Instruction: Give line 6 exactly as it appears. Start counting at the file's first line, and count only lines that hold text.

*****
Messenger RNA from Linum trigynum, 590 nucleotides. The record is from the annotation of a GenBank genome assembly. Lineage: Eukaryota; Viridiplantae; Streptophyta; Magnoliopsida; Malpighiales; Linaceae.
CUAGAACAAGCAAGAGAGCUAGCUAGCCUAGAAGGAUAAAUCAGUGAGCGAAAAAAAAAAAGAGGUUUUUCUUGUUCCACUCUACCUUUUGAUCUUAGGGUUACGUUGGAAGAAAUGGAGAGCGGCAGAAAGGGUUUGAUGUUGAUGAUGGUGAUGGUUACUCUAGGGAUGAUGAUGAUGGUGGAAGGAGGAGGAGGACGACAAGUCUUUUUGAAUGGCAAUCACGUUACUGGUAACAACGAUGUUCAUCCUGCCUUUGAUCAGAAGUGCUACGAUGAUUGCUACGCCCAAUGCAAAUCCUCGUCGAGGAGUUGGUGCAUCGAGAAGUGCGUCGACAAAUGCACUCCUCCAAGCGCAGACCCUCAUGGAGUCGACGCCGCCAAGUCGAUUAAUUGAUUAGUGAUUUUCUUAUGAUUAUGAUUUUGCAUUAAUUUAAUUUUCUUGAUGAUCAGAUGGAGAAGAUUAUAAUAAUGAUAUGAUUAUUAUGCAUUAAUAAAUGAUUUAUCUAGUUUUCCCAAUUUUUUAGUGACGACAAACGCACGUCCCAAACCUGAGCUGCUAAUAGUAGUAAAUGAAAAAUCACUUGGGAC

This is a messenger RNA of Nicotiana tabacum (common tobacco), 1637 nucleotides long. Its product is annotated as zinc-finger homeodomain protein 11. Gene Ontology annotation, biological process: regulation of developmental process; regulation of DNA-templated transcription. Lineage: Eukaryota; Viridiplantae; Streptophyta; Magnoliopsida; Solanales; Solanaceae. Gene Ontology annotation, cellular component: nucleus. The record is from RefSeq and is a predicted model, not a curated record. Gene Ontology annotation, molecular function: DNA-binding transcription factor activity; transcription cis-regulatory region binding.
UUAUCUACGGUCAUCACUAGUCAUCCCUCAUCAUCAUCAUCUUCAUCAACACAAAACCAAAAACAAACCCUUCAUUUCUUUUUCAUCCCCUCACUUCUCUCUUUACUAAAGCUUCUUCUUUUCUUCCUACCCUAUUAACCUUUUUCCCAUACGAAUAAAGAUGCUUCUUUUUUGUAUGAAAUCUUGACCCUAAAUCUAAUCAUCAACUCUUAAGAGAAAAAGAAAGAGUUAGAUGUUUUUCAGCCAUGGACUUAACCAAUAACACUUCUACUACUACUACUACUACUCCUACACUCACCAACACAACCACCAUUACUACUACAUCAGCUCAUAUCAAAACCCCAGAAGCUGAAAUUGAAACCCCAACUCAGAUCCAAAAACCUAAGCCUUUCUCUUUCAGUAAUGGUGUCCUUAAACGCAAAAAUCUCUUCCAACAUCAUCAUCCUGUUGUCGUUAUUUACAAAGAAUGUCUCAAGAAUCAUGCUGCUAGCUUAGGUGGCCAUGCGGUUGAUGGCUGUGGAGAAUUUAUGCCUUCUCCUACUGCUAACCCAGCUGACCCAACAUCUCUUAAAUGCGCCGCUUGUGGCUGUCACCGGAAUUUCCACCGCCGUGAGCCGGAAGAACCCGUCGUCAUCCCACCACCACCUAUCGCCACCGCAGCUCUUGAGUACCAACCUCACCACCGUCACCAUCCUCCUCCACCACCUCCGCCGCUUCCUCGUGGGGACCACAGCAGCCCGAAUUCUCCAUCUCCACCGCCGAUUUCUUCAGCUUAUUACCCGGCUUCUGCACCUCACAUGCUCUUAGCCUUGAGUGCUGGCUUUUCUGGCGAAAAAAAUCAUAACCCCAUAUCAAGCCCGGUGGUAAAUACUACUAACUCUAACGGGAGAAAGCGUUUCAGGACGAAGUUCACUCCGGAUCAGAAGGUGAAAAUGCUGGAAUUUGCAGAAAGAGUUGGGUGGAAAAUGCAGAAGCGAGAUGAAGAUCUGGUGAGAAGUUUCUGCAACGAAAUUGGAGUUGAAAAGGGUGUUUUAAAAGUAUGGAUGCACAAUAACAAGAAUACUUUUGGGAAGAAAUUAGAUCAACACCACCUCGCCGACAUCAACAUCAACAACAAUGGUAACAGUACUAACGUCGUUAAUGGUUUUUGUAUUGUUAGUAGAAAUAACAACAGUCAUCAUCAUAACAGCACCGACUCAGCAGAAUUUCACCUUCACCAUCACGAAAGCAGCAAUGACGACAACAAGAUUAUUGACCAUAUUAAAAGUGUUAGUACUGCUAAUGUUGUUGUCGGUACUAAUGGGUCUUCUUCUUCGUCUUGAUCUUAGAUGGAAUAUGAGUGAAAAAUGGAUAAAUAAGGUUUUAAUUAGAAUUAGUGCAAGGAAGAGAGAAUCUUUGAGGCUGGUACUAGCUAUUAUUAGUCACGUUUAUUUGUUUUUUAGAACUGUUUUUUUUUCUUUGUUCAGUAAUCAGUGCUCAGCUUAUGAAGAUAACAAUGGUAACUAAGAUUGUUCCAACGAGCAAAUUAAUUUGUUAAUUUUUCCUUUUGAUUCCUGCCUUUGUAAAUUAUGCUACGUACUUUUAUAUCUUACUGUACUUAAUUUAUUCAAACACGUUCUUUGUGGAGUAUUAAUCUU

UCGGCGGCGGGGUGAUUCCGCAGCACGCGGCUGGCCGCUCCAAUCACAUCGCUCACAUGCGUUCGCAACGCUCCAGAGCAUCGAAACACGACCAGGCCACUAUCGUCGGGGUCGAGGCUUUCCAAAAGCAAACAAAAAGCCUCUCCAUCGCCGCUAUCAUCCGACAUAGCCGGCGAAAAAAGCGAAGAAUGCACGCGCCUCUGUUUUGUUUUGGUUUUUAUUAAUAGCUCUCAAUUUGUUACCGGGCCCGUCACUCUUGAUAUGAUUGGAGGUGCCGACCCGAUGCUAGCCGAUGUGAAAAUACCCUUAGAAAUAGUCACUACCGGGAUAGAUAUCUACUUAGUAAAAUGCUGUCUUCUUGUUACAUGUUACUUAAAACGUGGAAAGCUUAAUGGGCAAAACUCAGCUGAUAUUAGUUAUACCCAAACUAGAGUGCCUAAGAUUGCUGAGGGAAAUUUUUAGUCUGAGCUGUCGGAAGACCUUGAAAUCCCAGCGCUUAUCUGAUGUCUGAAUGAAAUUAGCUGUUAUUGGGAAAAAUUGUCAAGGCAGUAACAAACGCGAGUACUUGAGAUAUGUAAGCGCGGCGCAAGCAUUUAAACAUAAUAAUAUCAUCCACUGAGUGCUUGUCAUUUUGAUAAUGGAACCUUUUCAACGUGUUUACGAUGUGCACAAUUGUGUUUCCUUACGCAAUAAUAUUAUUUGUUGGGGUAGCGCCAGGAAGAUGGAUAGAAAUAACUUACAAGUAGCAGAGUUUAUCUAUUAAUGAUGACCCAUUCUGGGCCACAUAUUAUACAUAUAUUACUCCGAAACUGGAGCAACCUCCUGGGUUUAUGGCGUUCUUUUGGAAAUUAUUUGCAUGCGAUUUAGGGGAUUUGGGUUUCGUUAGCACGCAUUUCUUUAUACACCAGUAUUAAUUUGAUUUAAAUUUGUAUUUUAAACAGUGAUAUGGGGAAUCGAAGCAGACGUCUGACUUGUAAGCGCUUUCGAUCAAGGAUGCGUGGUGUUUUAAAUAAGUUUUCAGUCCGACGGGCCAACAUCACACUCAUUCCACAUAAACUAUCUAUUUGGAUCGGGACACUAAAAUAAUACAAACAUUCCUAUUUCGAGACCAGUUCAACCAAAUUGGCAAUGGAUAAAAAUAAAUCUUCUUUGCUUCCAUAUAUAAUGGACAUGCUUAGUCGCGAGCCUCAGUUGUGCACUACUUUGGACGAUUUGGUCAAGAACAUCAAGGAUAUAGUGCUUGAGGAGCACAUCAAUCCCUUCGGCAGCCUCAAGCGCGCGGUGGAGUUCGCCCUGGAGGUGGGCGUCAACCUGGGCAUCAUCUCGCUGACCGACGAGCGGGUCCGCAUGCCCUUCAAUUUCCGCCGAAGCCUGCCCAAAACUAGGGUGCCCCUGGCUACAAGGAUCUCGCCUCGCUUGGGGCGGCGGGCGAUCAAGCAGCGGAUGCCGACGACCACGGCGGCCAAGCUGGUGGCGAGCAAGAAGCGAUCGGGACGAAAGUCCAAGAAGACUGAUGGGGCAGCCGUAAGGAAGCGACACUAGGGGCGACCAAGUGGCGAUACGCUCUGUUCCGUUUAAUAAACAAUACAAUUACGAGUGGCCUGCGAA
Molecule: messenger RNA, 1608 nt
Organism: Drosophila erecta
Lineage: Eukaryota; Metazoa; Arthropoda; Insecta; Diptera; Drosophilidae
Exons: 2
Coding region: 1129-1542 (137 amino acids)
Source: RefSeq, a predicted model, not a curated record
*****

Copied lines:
Molecule: messenger RNA, 1608 nt